4. Plank, Frans. 2003. The selective elaboration of nominal or pronominal inflection. In Frans Plank (ed.), Noun phrase structure in the languages of Europe, 253–287. Berlin: Mouton de Gruyter.
Using a database drawing on the pioneering Forchheimer 1953 and later sources, this paper shows that there are few solid generalizations to be made about what typological properties of languages presuppose, imply, or otherwise correlate with the presence of duals (and further elaborated number categories), inclusive, and proximity distinctions in demonstratives – unless they are separately tracked for nouns vs. pronouns, in which case clear skewings emerge. For instance, little can be said about whether having a dual favors more proximity distinctions, but a dual in pronouns correlates with more proximity distinctions, while a dual in nouns correlates with fewer. A number of other such implicational statements are presented, as well as some individual tendencies (for instance, duals in nouns are often optional and/or limited to only some subsets of nouns such as natural pairs, while duals of pronouns are usually obligatory and unlimited). The paper sketches a plan for researching a likely diachronic explanation for these correlations and for the curious position of Europe in the relevant typological space. In the 15 years that have intervened, we have developed a better genealogical classification of languages, theoretical understanding of how to use family surveys to demonstrate universals, statistical tools and ready-to-go packages, and a burgeoning quantity of new and improved grammars, making a detailed cross-family and intra-family survey possible. But no such study, despite Frans’s clear call for one in this paper (and similar calls in other papers). Is anyone out there? Is anyone listening?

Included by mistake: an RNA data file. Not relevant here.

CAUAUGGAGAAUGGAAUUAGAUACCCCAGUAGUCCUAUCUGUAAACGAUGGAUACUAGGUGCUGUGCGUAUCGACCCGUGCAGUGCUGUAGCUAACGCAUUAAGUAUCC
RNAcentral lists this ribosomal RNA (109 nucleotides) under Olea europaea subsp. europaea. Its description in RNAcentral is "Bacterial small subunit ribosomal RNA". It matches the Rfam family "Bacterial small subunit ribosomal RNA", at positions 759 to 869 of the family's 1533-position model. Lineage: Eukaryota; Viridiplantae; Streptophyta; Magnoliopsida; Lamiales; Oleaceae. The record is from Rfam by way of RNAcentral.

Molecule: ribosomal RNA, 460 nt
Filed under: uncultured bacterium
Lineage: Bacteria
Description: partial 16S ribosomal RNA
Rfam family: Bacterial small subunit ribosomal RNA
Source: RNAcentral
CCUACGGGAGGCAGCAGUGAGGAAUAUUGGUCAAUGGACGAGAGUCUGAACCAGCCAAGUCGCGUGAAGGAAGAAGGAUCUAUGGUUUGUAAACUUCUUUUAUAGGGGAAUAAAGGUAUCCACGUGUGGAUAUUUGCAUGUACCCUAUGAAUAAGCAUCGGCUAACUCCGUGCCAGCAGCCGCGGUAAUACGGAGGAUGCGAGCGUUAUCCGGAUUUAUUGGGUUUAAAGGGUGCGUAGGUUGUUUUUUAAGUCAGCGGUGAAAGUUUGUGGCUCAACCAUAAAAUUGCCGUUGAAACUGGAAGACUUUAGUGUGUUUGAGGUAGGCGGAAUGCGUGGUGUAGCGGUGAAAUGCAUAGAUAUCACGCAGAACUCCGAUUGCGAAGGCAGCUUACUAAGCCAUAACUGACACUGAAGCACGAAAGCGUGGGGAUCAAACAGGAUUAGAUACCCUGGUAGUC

5. Plank, Frans. 1999. Split morphology: How agglutination and flexion mix. Linguistic Typology 3(3). 279–340.